To me [Person Pitch] was a big mess of sound, it was like a big soup that I was hoping would swim around your ears or your head or something like that. Nothing really stuck out too much, everything was just kind of floating around in this world… .
The focus of what I wanted to do with the new songs was essentially take that soup of sound and just clench it in your fist, just compress it really intensely to get short little songs. I was really inspired by this album called Donuts by J Dilla. The speed at which he’ll move from one thing to the next is really fast.” —Noah Lennox
He’s pretty great. And thanks for the tip.
“Bros” was about the whole life I left behind in America because I had just moved to Portugal. It’s not just about friends, but family and about trying to negotiate those relationships and hold onto the things I really wanted to hold onto. And not only other people but myself too, in terms of who I was in America, not that I totally changed, but my identity became a little bit different after going to Portugal, I didn’t know anybody in Lisbon. “Bros” is about those things.
Like the Person Pitch song “Carrots” is a reference to what they call red-haired people in Portugal. There aren’t many so they really stick out, so I’m talking about myself being like a foreigner [in Lisbon] because it’s pretty obvious I stick out and I’m not a native.” —Noah Lennox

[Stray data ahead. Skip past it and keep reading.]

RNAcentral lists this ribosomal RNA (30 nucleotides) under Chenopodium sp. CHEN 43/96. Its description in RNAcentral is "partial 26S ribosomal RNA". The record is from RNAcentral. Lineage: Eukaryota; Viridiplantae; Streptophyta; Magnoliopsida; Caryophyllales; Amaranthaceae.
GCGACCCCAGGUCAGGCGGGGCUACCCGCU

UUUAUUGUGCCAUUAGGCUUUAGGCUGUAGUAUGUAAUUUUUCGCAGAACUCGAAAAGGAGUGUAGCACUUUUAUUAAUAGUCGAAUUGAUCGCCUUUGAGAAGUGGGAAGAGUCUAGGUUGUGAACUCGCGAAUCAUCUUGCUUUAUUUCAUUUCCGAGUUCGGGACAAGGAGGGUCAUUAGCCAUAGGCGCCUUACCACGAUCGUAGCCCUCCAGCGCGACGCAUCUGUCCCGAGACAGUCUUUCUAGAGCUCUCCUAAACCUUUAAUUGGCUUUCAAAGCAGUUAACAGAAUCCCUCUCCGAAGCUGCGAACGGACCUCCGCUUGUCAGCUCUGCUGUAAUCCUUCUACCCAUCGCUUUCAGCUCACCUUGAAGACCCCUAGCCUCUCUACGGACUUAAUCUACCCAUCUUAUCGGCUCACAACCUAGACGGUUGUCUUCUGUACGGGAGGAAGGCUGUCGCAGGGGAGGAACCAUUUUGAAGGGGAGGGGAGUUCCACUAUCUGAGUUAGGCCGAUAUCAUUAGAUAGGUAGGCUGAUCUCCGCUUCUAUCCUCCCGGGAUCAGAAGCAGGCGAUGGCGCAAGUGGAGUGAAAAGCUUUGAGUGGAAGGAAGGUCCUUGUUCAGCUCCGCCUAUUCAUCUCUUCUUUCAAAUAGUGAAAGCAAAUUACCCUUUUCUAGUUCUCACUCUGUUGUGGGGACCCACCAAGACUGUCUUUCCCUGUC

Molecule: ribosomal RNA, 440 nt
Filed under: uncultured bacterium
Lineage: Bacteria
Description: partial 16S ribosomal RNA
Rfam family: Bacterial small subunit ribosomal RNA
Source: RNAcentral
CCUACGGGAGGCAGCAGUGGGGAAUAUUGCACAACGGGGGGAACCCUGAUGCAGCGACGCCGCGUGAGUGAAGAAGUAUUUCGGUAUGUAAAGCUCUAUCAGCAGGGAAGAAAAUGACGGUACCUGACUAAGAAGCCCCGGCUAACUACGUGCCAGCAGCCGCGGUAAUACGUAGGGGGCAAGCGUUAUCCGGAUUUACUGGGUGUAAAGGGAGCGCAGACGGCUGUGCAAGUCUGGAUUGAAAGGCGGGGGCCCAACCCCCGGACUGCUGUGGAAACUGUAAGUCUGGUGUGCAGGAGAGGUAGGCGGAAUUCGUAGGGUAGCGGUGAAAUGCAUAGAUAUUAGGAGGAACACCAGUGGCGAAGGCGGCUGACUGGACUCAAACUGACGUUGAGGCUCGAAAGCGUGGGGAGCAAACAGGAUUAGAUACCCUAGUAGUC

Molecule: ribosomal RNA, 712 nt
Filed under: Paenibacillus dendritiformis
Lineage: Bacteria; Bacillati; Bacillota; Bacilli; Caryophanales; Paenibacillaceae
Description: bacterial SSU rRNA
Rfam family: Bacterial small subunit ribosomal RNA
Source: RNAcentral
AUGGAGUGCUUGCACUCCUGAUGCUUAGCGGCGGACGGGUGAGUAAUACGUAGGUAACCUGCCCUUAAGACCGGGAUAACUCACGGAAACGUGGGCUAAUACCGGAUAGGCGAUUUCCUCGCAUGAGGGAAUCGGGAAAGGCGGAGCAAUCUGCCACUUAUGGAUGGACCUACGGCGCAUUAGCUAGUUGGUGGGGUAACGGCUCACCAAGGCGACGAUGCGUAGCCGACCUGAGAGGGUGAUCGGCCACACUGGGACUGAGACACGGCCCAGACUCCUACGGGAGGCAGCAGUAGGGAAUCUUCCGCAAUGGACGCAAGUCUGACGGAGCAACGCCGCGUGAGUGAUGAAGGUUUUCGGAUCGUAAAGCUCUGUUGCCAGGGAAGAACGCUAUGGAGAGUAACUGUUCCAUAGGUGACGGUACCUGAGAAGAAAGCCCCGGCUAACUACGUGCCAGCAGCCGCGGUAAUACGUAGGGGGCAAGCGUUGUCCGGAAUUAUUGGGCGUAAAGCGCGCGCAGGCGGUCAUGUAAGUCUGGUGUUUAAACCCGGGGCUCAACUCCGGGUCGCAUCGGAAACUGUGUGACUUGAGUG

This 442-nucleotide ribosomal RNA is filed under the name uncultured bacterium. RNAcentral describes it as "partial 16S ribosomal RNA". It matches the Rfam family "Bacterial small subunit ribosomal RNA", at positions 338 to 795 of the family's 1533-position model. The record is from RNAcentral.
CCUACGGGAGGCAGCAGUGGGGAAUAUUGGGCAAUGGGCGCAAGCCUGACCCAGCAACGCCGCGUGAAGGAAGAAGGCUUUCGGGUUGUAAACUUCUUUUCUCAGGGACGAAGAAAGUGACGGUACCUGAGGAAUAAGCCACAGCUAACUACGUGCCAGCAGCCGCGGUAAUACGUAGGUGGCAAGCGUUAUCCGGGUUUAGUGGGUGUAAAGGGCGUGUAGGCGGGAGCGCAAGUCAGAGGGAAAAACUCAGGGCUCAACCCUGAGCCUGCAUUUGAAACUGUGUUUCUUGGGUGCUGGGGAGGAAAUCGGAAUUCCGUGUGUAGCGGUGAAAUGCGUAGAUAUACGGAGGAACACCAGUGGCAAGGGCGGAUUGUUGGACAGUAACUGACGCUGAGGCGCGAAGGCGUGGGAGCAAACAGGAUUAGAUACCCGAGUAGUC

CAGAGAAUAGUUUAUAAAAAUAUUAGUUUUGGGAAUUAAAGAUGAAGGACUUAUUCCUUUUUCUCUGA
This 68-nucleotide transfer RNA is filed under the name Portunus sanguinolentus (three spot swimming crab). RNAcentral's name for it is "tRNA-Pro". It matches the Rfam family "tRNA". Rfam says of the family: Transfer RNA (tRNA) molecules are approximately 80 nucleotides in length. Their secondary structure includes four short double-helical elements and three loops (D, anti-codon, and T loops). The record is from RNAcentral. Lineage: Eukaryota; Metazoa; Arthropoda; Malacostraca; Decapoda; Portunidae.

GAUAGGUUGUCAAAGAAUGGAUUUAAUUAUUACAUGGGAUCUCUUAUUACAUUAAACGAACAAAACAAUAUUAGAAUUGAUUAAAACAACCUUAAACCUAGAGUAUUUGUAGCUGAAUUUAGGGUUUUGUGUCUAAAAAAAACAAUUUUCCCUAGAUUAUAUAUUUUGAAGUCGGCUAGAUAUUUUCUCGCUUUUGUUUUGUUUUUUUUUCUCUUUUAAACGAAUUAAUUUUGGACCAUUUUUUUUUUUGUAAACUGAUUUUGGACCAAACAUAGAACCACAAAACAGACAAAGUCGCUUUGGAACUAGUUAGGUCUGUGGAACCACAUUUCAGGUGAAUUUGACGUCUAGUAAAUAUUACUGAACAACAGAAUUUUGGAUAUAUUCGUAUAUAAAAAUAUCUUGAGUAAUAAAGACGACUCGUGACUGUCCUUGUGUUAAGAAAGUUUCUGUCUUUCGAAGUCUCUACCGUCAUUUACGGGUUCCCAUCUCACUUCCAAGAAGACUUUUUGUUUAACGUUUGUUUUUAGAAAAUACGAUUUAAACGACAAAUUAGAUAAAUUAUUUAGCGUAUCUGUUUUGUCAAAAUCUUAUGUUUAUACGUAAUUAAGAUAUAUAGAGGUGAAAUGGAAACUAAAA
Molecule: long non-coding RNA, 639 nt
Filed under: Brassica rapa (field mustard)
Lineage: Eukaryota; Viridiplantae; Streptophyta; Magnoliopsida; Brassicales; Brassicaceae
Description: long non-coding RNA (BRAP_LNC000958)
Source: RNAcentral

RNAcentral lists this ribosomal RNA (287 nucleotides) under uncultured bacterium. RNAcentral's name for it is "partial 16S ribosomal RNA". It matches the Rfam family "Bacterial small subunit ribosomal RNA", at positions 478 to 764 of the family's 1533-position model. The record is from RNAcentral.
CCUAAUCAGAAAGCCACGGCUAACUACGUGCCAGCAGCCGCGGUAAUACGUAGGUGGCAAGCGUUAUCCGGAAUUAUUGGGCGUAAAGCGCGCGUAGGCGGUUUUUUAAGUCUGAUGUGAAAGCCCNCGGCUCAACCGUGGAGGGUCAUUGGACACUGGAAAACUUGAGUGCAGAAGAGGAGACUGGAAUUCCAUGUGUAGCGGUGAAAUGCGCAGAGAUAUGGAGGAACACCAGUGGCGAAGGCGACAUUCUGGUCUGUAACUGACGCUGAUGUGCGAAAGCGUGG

Yeah I sort of had a totally different way of working this time, just due to the other forces in my life as far as having a family and a wife who’s working all the time… and children. On Person Pitch or anything I had worked on before then it was always like if I felt like doing something whether it was eight in the morning or two in the morning, I would just kind of go there and do it. I was kind of forced to have sort of this regimented routine or something like that [for Tomboy].
Eventually what I did with it, because there’s a lot of time were I feel like I’m not in the mood to do something creative and I’m not going to come up with anything that I think is really any good, so usually what I do with that time which is a good… I don’t know… three quarters of the week or something… I like to kind of just work on something else, like just play the guitar or play with the sequencer to try to figure out things I can do with that. One of the machines that I got, the thing that I affected the guitar with and that made all the sequences is this super complicated piece of equipment [Korg M3]. So a lot of the times I’d just be kind of going through the manual to try and figure out the little things that I can do with it. Ways of sneaking it with other things, which is weird.
I felt like if I was in there in the studio working on something it was all leading somewhere, you know what I mean. It was all work leading to some kind of ultimate goal and before this record it was always just here and there and little bits.” —Noah Lennox, on recording Tomboy.